The "Was on Sale" Song


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There is a difference between doing "something reckless" and doing something that has a very real chance of becoming fatal. A man driving a motorcycle to work in the morning that gets into an accident? Worth sympathy. Evil Knievil getting turned into a smudge whilst sailing across the Canyon of Certain Death? No sympathy.

There are gradients of what I consider stupidity - and this is one that tips the scales for me. I feel no remorse for my attitude and no sympathy for the two kids. I have tried twisting this around to be two of my cousins - or even my sister... and cannot scrape any sympathy for getting what is deserved for their completely avoidable actions.

Way back in the day, I actually did some drugs... but before I did anything stronger than baby aspirin, I researched the drugs - and avoided anything that stood a good chance of producing an addiction. Then, when I took the drugs, I always had an informed friend along - a 'designated driver' as it were, or 'babysitter' - to keep me from doing anything really stupid. I also never imbibed enough to 'completely' lose control. Yes, I did something irresponsible - but was as "responsible" as possible in doing it. Had I turned my brain to mush, I would also not feel sympathy for myself either.

If you don't want to die - your odds are much better if you don't do anything really reckless - like crystal meth and a wintertime walk.

No, I still feel no sympathy. Had these miscreants killed somebody else while stoned - THEN I would feel sympathy - but only for the REAL victims, those hurt by these two.

The parents of these two - yes, I feel some sympathy for them. But only for their loss... not for the fact that they failed to instill enough common sense into their children to make some quasi-intelligent choices.

Am I hard hearted? Maybe. But I also lean on the idea of karma and 'reaping what you sow'. For my "recklessness" it took me years of recultivation to begin to reap something worthwhile - and I wasn't all that bad. For some it merely trickles back into their lives - and for these two, it slapped them between their eyes with a two-by-four.

I stand by my opinion.

And Mallow - yes, there was a time when I thought I was "immortal"... we all know I was wrong - but had I bought the farm back then - I would have deserved it. Now, if I died tomorrow - THEN I believe I would deserve pity - as I am doing nothing reckless and wouldn't be dying by my own actions or stupidity... it would have to be by the action or stupidity of somebody else. THAT deserves pity - not this.

--------------------
Opinions aren't excuses to remain ignorant about subjects, nor are they excuses to never examine one's beliefs & prejudices...

Babies are like tattoos. You see other peoples' & they're cool, but yours is never as good & you can't get rid of it.

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Ben Who
Deck the Malls


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In a weird way, I see Malruhn's point, which in itself is surely a sign of the impending apocalypse, but just as there are varying levels of stupidity, so are there varying levels of sympathy. The difference is that I see what happened to those kids as a consequence, not a punishment. I'm not thinking, "They got what they deserved," I'm thinking, "That was a possible logical consequent outcome to the actions that they took, combined with the conditions under which they took those actions." Well, not in so many words. It was an outcome, not the Wheels of Justice in the Universe turning.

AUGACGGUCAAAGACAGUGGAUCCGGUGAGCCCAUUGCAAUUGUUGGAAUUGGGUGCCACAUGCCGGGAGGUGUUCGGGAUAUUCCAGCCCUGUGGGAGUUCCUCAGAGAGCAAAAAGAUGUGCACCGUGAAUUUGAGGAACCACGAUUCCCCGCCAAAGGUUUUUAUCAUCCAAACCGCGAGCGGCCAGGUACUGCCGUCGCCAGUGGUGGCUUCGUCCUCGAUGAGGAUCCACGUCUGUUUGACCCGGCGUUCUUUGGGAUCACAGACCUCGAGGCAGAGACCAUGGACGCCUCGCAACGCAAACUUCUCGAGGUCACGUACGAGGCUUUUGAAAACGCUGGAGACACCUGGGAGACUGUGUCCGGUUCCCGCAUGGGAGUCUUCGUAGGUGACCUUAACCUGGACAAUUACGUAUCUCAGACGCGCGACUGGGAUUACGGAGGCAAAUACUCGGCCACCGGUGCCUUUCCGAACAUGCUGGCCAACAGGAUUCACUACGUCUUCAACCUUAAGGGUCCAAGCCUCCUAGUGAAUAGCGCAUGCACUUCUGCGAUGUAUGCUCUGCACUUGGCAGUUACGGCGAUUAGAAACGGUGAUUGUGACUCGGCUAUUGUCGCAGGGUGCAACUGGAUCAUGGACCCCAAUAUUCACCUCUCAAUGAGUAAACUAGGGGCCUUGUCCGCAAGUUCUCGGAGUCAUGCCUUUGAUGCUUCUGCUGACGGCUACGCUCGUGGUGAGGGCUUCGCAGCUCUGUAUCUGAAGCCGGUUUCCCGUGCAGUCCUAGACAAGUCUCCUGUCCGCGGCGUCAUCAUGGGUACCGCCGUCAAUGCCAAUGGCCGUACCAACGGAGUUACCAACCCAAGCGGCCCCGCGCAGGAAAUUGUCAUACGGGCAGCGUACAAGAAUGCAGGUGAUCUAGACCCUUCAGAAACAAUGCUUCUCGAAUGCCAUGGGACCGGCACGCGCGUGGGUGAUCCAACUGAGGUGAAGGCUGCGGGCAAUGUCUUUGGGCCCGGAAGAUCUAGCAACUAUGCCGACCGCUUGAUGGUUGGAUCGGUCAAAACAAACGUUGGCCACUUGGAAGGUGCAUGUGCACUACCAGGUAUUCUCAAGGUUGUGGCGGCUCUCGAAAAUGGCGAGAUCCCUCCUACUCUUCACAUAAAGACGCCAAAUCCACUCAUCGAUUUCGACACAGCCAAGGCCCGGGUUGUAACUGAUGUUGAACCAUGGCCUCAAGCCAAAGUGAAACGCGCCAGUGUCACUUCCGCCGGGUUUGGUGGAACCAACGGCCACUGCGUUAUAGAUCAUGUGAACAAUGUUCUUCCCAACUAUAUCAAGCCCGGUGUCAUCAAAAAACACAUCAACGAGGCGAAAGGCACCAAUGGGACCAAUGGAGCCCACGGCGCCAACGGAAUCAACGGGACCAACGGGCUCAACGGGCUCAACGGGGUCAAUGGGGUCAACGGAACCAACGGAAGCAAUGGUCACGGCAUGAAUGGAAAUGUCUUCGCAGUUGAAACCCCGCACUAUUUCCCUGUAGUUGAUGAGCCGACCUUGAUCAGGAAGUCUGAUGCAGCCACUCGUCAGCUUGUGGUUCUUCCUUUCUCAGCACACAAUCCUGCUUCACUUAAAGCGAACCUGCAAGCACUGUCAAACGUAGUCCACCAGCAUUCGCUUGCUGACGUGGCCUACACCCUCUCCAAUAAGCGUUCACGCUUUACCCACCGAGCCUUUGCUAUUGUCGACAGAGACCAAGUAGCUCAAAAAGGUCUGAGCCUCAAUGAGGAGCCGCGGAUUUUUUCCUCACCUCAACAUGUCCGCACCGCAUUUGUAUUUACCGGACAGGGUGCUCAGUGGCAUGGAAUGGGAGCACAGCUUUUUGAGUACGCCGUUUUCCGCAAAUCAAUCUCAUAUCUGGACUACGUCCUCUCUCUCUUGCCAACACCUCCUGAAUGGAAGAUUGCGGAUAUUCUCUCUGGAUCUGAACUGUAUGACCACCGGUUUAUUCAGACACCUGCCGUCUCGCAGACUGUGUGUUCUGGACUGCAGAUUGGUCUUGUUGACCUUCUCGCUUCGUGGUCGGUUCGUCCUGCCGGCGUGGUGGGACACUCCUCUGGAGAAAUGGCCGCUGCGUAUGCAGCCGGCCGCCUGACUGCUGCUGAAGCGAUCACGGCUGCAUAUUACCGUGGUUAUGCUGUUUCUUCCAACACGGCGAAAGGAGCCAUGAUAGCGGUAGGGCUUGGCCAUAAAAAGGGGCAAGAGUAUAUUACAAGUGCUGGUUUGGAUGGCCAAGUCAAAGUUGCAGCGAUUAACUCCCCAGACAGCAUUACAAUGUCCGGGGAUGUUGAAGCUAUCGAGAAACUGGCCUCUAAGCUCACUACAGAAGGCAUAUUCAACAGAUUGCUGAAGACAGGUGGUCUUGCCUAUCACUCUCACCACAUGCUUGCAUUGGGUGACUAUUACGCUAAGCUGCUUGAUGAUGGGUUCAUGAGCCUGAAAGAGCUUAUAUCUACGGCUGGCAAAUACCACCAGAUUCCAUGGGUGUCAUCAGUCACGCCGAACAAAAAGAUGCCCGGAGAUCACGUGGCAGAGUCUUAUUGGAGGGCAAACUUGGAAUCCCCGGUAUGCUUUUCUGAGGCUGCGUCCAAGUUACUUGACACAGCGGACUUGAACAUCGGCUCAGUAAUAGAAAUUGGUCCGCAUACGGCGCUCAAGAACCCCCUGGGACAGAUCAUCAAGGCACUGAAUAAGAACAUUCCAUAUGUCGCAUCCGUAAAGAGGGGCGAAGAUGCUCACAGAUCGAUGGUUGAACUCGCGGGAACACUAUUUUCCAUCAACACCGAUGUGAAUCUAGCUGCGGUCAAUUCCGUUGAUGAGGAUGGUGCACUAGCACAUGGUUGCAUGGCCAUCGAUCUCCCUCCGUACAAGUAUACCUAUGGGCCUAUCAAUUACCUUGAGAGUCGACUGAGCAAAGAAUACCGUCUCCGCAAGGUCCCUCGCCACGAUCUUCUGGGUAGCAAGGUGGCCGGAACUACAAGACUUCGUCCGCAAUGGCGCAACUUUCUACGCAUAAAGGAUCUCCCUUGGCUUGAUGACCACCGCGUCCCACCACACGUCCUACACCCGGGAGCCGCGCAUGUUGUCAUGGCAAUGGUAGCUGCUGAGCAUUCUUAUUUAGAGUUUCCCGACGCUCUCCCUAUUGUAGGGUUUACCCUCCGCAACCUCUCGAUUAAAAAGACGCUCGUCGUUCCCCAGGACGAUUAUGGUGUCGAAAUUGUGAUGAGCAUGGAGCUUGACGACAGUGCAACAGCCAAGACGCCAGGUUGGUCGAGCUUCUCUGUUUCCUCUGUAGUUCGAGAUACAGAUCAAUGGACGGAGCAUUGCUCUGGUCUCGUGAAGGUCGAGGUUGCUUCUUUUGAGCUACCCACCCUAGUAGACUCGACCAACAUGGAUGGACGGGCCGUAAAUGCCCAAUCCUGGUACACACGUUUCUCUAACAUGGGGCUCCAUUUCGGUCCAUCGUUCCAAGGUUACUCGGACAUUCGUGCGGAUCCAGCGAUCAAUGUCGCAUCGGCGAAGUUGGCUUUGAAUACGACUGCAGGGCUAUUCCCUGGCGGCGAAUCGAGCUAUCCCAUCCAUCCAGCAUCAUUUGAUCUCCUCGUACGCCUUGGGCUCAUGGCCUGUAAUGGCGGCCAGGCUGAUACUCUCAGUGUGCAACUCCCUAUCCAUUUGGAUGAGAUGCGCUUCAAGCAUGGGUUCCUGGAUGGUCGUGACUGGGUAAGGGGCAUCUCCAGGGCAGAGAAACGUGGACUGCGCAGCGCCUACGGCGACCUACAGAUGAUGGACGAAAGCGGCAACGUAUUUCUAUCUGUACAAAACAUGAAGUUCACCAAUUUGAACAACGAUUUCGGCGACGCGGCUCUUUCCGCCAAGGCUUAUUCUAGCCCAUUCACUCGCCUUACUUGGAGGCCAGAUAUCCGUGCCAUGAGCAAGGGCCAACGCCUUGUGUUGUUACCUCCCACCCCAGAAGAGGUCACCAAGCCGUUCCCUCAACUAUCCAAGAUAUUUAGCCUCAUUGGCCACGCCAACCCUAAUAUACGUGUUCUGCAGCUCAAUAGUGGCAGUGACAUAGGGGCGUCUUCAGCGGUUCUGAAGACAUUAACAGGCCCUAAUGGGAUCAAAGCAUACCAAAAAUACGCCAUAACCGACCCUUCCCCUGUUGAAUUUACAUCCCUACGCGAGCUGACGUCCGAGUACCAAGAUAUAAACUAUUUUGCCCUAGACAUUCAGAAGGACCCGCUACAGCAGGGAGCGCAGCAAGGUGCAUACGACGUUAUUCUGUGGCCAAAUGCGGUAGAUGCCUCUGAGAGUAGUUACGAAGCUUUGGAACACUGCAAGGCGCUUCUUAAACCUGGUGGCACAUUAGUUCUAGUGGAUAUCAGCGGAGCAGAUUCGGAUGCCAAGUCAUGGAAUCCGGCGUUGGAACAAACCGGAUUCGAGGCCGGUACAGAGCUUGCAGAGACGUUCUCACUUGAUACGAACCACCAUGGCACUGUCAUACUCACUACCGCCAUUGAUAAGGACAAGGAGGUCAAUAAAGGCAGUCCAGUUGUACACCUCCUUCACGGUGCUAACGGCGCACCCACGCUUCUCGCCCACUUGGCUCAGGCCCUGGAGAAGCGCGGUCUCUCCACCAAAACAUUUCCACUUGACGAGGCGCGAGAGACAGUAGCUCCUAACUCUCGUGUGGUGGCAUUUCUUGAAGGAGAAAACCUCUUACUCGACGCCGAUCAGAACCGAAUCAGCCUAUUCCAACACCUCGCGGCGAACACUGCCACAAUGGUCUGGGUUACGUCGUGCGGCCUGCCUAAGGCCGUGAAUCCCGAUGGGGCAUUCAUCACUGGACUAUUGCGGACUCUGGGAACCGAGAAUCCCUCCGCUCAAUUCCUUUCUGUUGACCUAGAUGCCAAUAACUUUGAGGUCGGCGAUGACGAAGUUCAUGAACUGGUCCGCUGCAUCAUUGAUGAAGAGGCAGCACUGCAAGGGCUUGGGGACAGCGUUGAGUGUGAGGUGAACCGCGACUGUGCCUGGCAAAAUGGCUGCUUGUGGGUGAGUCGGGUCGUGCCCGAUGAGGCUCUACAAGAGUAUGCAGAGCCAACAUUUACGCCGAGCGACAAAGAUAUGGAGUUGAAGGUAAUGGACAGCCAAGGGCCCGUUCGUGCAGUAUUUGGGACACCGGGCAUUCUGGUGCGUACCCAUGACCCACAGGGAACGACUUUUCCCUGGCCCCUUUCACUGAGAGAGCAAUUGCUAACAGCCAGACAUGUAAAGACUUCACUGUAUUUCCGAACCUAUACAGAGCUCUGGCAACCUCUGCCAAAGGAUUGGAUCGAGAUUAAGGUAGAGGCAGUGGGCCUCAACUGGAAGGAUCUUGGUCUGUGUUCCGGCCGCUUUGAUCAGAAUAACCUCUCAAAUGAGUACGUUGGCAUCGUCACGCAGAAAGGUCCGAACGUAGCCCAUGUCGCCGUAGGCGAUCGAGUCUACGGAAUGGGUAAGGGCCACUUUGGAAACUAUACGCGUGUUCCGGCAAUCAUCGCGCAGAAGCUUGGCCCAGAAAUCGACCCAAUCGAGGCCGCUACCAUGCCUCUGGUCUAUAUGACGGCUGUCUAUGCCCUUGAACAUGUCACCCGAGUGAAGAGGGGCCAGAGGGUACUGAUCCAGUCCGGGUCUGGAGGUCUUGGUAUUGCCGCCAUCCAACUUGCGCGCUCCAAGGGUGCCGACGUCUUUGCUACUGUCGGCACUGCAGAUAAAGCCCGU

I won't lie to you--I get as sick as the next guy of yet another generation of Darwin Awards winners coming along down the pike. However, I get just as sick of the attitude that when terrible things happen to people who do terrible things to themselves that they somehow deserved it. I have just as little sympathy as Malruhn for meth users, however, we are as night and day when it comes to whether the subsequent misfortunes are justice or consequence.

Love, Who?

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Jackie in the Elevator
Happy Holly Days


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quote:
Originally posted by Starla:
They were on a cell phone. How was caller ID going to help find them?

quote:
If they had been lost in almost any other state Hornickel and Wamsley might have been found. But Nebraska is one of just nine states that does not have the most up-to-date 911 GPS tracking system for cell phones, so operators could not pinpoint their location.


source here

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Why are these cases still unsolved?

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Four Kitties
Layaway in a Manger


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quote:
Originally posted by Starla:
They were on a cell phone. How was caller ID going to help find them?

quote:
If they had been lost in almost any other state Hornickel and Wamsley might have been found. But Nebraska is one of just nine states that does not have the most up-to-date 911 GPS tracking system for cell phones, so operators could not pinpoint their location.
I think Starla was pointing out that Caller ID and GPS tracking are nowhere near the same thing.

Four Kitties

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If swimming is so good for your figure, how do you explain whales?

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Mallow
The Red and the Green Stamps


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"And Mallow - yes, there was a time when I thought I was "immortal"... we all know I was wrong - but had I bought the farm back then - I would have deserved it. Now, if I died tomorrow - THEN I believe I would deserve pity - as I am doing nothing reckless and wouldn't be dying by my own actions or stupidity... it would have to be by the action or stupidity of somebody else. THAT deserves pity - not this." - Malruhn